I'm still reading through Harry Thompson's excellent fictionalised account of the voyage of the Beagle, but I've been particularly struck by the fate of one of the characters, known as Jemmy Button. Jemmy was a native from the islands around Tierra del Fuego and was captured by the captain of the HMS Beagle - Robert FitzRoy, who took Jemmy (and three other Fuegians) from their stone-age lives and transported them back to England, for a good christian education. The picture shows two sketches of Jemmy, the left hand picture depicting Jemmy before his education and the right hand showing the transformation of Jemmy into a more modern human being.
At the heart of Jemmy Button's story is an empirical test. At the time of Jemmy's capture, human slavery was still very much a fact of life and the prevailing opinion was that the native and slave people that the Europeans encountered, were little more than animals and certainly incapable of being educated to the level of their white counterparts. But FitzRoy showed that by transplanting a stone-age human, within a modern environment, that the natives of Tierra del Fuego were just as capable of attaining civilisation as any other human being.
After about a year in England, FitzRoy returned the three remaining Fuegians (the forth having died of small-pox) to their homelands, in the hope that the civilisation that they had attained, would spread amongst the rest of their kind and benefit them all. Finally from Wikipedia:
After initial difficulty recalling his language and customs, Jemmy was soon out of his European clothes and habits. A few months after his arrival, he was seen emaciated, naked save for a loincloth and long-haired. Darwin was appalled at Jemmy's resistance to returning to England, and preferred to relate that to the presence of his "young and nice looking wife", Lassaweea. It appears, however, that he and the others had taught their families some English and he was happy and healthier, given the disease and diet to which he had been exposed away from home.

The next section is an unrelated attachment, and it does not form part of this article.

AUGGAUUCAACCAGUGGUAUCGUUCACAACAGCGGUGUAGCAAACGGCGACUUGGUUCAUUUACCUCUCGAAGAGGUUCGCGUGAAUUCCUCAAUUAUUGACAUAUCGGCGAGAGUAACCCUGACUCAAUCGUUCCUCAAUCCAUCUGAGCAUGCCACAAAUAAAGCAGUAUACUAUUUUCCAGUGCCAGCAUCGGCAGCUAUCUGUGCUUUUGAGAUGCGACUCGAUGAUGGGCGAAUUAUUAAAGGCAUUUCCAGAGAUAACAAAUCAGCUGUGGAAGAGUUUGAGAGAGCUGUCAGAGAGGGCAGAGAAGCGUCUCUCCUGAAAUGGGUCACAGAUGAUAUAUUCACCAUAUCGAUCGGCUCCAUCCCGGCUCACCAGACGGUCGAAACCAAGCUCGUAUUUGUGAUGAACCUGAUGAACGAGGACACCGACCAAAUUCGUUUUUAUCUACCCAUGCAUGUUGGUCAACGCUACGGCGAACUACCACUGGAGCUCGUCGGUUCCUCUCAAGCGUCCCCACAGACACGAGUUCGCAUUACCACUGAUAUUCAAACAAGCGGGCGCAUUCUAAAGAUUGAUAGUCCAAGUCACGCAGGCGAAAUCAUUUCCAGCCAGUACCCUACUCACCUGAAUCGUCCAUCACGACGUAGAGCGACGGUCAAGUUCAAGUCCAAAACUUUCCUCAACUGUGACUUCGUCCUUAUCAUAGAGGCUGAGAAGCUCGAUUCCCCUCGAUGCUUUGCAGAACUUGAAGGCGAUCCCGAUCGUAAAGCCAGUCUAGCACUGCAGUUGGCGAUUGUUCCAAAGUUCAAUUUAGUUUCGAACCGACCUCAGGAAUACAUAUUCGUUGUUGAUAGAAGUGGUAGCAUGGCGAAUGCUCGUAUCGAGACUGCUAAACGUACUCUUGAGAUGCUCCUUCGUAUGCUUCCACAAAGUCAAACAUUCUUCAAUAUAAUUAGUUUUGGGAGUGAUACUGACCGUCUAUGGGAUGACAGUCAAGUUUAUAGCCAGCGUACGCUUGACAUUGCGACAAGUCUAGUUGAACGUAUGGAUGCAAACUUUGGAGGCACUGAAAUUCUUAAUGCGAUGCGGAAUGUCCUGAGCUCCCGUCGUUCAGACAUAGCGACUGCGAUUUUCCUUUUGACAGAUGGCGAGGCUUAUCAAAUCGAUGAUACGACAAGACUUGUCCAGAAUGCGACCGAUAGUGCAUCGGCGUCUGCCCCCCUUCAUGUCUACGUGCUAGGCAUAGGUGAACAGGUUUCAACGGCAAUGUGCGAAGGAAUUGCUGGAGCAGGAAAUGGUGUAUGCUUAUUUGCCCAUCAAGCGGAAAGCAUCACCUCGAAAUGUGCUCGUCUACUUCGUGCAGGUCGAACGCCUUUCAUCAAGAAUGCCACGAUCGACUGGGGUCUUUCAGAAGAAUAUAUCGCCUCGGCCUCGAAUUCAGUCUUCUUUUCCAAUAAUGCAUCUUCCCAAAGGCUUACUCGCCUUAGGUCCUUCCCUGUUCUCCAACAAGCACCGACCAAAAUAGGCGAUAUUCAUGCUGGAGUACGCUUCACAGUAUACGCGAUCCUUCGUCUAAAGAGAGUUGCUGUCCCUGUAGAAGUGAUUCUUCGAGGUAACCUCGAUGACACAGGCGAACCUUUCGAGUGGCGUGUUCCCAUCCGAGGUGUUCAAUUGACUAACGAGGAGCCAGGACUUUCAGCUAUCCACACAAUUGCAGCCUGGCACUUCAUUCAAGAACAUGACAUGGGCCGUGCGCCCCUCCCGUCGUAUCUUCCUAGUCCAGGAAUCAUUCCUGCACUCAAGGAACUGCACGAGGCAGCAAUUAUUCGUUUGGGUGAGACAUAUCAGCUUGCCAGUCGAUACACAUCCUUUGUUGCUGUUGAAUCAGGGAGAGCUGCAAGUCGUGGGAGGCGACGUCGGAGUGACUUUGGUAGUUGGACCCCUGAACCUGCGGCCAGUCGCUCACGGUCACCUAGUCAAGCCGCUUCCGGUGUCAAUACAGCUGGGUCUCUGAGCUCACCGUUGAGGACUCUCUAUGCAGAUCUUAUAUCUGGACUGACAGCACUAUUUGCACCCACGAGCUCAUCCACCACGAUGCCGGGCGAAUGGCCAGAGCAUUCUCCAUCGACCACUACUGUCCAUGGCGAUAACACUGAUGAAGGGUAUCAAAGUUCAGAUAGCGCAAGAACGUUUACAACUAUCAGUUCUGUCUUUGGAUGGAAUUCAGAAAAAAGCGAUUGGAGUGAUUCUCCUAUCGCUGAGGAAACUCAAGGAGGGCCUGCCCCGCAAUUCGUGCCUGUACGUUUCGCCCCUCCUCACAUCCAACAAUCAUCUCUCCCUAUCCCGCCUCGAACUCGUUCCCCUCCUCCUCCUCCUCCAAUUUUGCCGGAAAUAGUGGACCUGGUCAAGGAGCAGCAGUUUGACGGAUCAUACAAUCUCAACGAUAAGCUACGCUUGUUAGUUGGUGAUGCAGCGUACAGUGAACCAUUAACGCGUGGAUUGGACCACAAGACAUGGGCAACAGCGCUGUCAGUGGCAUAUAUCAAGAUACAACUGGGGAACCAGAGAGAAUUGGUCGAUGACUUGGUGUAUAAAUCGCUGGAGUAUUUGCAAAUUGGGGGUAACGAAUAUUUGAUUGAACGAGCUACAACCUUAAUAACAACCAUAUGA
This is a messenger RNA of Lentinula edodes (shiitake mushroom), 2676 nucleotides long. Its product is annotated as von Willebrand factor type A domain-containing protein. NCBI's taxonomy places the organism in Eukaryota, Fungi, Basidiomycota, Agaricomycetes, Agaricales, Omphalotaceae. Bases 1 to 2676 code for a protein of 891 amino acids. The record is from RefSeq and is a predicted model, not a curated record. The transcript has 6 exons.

Some twenty years later a group of Christian missionaries, the Patagonian Missionary Society, arrived to find Jemmy still had a remarkable grasp of English. Some time later in 1859, the group was massacred at Wulaia Bay by the Fuegians, supposedly led by Jemmy and his family.
And so Jemmy Button was one of the first proofs that civilisation is learnt rather than an innate quality of a particular race. In today's multicultural and multiethnic world such a finding might appear quite obvious, but back in the days of Fitzroy, Jemmy Button and Charles Darwin, the blatantly obvious, wasn't necessarily considered the truth.Go Top